Announcements and Dates
  • Friday, October 3: First lecture
  • Friday, October 24: Midterm I
  • Tuesday, November 11: Veterans' Day.
  • Friday, November 21: Midterm II
  • Thursday-Friday, November 27-28: Thanksgiving. No class.
  • Friday, December 12: Last Lecture
  • Monday, December 15: FINAL EXAM, 11:30-2:30.
  • Preparation for Midterm 1:
  • Preparation for Midterm 2:
  • Preparation for Final Exam:
Lecture Summaries
  • Lecture 1: Introduction and motivation. Ordered sets. Lower bound, upper bound. Infimum and supremum.
  • Lecture 2: Fields and their axioms. Examples. Ordered fields. The definition of the field of real numbers.
  • Lecture 3: Comments on the construction of the real numbers. Archimedian property. Density of rational numbers. Existence of nth roots of positive real numbers.
  • Lecture 4: The extended real number system. Complex numbers. Definition and properties.
  • Lecture 5: Cauchy-Schwartz inequality. Euclidean spaces and properties. The triangle inequality. Sets, functions, bijections.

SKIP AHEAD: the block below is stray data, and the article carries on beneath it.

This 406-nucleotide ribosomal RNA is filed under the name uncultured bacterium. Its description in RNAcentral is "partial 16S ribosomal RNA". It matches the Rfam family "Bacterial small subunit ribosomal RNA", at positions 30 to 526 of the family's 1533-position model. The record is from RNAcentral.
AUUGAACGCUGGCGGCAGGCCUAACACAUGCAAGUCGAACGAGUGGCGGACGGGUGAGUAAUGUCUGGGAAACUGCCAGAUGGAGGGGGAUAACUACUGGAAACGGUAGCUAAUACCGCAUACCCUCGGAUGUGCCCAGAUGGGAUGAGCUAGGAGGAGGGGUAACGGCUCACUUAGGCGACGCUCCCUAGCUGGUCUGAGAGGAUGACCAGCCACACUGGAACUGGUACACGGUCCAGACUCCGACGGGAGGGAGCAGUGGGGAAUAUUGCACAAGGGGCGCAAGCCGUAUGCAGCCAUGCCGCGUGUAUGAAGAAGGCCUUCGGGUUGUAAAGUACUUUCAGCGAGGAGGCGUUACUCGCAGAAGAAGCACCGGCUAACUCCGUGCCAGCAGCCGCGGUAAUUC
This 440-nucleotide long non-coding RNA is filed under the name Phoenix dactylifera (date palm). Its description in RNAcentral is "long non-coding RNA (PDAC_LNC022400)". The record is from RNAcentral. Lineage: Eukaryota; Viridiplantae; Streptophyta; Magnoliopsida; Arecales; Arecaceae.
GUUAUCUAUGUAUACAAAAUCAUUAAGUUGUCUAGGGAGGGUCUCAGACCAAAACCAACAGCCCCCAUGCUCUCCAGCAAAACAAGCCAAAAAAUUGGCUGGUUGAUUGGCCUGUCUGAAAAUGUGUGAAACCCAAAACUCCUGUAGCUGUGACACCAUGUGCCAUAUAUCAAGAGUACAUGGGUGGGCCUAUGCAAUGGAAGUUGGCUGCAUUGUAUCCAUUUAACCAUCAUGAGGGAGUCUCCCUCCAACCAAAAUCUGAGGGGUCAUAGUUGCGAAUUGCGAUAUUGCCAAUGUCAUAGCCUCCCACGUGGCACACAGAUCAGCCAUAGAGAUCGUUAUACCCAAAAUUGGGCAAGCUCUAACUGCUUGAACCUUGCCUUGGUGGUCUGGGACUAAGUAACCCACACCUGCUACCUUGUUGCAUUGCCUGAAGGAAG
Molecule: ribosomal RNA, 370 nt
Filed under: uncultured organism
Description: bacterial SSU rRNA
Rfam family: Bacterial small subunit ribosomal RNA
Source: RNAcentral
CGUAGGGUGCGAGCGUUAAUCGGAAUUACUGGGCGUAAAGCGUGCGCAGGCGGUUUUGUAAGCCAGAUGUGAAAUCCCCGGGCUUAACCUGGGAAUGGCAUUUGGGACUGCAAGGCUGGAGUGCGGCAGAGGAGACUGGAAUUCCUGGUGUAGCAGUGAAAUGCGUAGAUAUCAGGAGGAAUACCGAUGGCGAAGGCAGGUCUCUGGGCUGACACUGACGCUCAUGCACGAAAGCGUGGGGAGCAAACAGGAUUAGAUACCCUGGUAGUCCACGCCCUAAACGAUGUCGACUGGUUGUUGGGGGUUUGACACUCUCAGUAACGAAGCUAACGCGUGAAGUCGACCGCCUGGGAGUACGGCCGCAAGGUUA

• Lecture 6: Countable and uncountable sets. Rational numbers are countable. Real numbers are uncountable. Countable union of countable sets is countable. Finite products of countable sets are countable.
  • Lecture 7: Metric spaces and examples. Neighborhoods. Interior points. Open sets and properties.
  • Lecture 8: Limit points. Isolated points. Closure. Closed sets. Dense sets. Properties of closed sets. Supremum belongs to the closure. Open/closed sets of metric subspaces.
  • Lecture 9: Open covers. Compact sets. Compactness is not a relative concept. Compact sets are closed. Closed sets of compact sets are compact. Nonemptyness of intersections of compact sets.
  • Lecture 10: Nested closed and bounded intervals have non-empty intersections. Infinite subsets of compact sets have limit points. Generalizations to k-cells.
  • Lecture 11: k-cells are compact. In R^k, compact sets are closed and bounded and conversely. Sequential compactness and Weierstrass' theorem.
  • Lecture 12: Convergence in metric spaces and its properties. Limits of real sequences and their behaviour with respect to addition and multiplication.